Agatha Christie was born in September 1890 and lived through 1976, so her work was inspired by and utilized the concepts of forensic science that were established during this time period.
Christie had no formal education during her upbringing but was a polymath and a natural scientist. Her father taught her arithmetic, and she had an inherent understanding of quantity, scale, and proportion. She also taught herself to read and read a range of books and newspapers throughout her life, including the Daily Mirror and the Telegraph. Examples of forensic science in action from these newspapers are shown below to illustrate what Christie was exposed to.
It is fitting that Christie drew upon her favorite theatrical characters and grandmother’s figurines for her first Poirot short story. In quick succession, she would publish her first Harley Quin story, The Coming of Mr. Quin (originally titled The Passing of Mr. Quin), in 1924.
Unlike Hercule Poirot and Miss Marple, Harley Quin is not a detective. Rather he is an ephemeral being, arriving at the scene of mysterious circumstances (often involving romantic entanglements) to guide Mr. Sattherthwaite (who could be considered the detective in stories involving Mr. Quin) to the truth about the situations. Although he wears a typical dark suit, it is often described that the light hits him in certain ways to produce effects of a colorful motley or black domino mask.
Although the first full-length novel with Miss Jane Marple as the detective was published in 1930 (Murder at the Vicarage), the character initially appeared in print in a series of 6 short stories Christie wrote for a magazine in 1928. In 1932, an additional 6 stories were added, and the compilation was published as The Thirteen Problems (UK) or The Tuesday Club Murders (US).
See Night Train to Perdition, Act I, for a summary of Murder on the Orient Express, and Night Train to Perdition, Act II, for a summary of related true-crime cases, including the kidnap and murder of Charles Lindbergh, Jr. The post you are reading details the forensic science responsible for the capture and conviction of one of the kidnappers, in particular the wood evidence provided by the ladder used in the kidnapping.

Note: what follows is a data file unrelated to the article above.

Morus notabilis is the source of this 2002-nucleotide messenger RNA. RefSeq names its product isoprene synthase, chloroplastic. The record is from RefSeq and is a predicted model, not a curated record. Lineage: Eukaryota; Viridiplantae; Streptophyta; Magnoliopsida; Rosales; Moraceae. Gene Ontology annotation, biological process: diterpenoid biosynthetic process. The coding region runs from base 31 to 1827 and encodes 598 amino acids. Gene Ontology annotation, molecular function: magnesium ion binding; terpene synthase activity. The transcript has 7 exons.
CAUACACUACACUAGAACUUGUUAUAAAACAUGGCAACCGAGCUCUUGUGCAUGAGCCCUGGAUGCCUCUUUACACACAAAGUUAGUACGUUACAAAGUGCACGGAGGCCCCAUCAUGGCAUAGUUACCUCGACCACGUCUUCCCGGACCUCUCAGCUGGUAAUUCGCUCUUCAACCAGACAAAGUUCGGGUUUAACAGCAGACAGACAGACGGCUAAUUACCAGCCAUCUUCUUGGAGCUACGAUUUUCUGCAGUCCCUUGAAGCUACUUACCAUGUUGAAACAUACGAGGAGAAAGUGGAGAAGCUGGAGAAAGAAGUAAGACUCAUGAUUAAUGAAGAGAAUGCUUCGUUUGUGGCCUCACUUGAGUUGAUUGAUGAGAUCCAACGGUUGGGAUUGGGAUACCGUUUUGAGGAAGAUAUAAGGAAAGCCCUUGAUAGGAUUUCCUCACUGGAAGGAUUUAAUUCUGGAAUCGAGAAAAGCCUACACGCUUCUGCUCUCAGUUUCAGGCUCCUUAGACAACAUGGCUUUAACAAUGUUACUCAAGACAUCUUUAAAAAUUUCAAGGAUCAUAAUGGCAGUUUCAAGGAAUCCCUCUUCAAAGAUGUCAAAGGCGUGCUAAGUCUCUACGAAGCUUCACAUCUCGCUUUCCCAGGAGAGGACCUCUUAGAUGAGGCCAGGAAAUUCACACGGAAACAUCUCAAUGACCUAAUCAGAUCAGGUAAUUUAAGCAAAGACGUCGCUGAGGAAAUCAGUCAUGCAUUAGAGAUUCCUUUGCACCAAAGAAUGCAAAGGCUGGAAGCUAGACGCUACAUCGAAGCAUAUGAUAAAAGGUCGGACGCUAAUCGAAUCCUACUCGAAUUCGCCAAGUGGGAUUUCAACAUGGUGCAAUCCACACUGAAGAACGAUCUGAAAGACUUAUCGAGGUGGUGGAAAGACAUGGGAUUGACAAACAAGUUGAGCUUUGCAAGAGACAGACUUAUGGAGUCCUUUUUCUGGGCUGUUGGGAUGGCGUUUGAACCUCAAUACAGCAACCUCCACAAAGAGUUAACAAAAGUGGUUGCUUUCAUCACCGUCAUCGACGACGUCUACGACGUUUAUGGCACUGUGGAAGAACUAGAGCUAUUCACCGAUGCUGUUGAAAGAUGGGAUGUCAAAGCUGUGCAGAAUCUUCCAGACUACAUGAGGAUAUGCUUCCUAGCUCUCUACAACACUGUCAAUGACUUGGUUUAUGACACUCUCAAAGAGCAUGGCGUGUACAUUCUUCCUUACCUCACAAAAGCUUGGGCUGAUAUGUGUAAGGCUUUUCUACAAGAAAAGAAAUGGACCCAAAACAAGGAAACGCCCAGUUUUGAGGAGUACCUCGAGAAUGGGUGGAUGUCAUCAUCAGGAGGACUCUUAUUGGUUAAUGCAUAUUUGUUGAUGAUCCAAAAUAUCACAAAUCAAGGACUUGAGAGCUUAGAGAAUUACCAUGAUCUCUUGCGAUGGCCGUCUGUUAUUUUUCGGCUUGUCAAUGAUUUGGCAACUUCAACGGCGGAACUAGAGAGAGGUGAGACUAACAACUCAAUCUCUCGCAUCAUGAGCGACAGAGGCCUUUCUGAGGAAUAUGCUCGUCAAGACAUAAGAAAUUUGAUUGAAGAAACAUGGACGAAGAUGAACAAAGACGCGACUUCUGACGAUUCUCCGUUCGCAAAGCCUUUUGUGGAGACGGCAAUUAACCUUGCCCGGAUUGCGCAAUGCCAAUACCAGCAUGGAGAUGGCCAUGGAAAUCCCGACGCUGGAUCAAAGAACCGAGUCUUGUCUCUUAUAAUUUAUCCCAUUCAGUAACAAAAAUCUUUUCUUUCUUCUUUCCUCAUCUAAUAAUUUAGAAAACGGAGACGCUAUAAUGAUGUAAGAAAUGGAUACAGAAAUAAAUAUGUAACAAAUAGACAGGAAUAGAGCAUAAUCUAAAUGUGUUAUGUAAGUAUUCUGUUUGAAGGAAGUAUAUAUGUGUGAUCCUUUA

See the previous post, Night Train to Perdition, Act I, for background on Murder on the Orient Express as well as a synopsis of the book. The post you are reading will summarize some related true-crime cases, particularly the kidnap and murder of Charles Lindbergh, Jr. As mentioned in the previous post, the setting of a railway train is particularly evocative for a mystery. To date, no single crime has comprised all the elements from the novel, but there have been several noteworthy cases involving trains since its publication.
Murder on the Orient Express, written by Agatha Christie in 1933 and published the following year, is perhaps her seminal work. It is certainly the most famous, with 2 notable feature film adaptations and references in “SCTV” and “Parks and Recreation” (to name a few). It is easy to understand the longevity of the work: a locked room mystery set on a glamorous sleeper train wherein “a repulsive murderer has himself been repulsively, and, perhaps deservedly, murdered.” But while the mysteries at the center of the story are neatly wrapped up by Hercule Poirot as he enacts his own interpretation of justice, fascination around the true-crime case that influenced the book persists to this day.
See the previous post Dressed to the Strychnines, Act I for a summary of the creation of Agatha Christie’s first novel, The Mysterious Affair at Styles, as well as a synopsis of the book; see Dressed to the Strychnines, Act II for an in-depth description of strychnine poisoning in the context of Christie’s first novel. The post you are reading will describe the history behind the legal concept of double jeopardy in England and the United Kingdom.
See the previous post, Dressed to the Strychnines: Act I, for a summary of the creation of Agatha Christie’s first novel, The Mysterious Affair at Styles, as well as a synopsis of the book. The post you are reading will provide an in-depth description of strychnine poisoning in the context of Christie’s first novel.
The previous post, What’s in a Dame?, provided a very brief biographical sketch of Agatha Christie up until her first novel, The Mysterious Affair at Styles, was accepted for publication in 1919. The novel was subsequently published in 1920.
Welcome to Christie’s Mysteries. This blog is an in-depth exploration of the world of Agatha Christie—not only her classic and lesser known stories but also contemporary happenings in the realm of true crime, early forensics, and the life of the Queen of Mystery herself.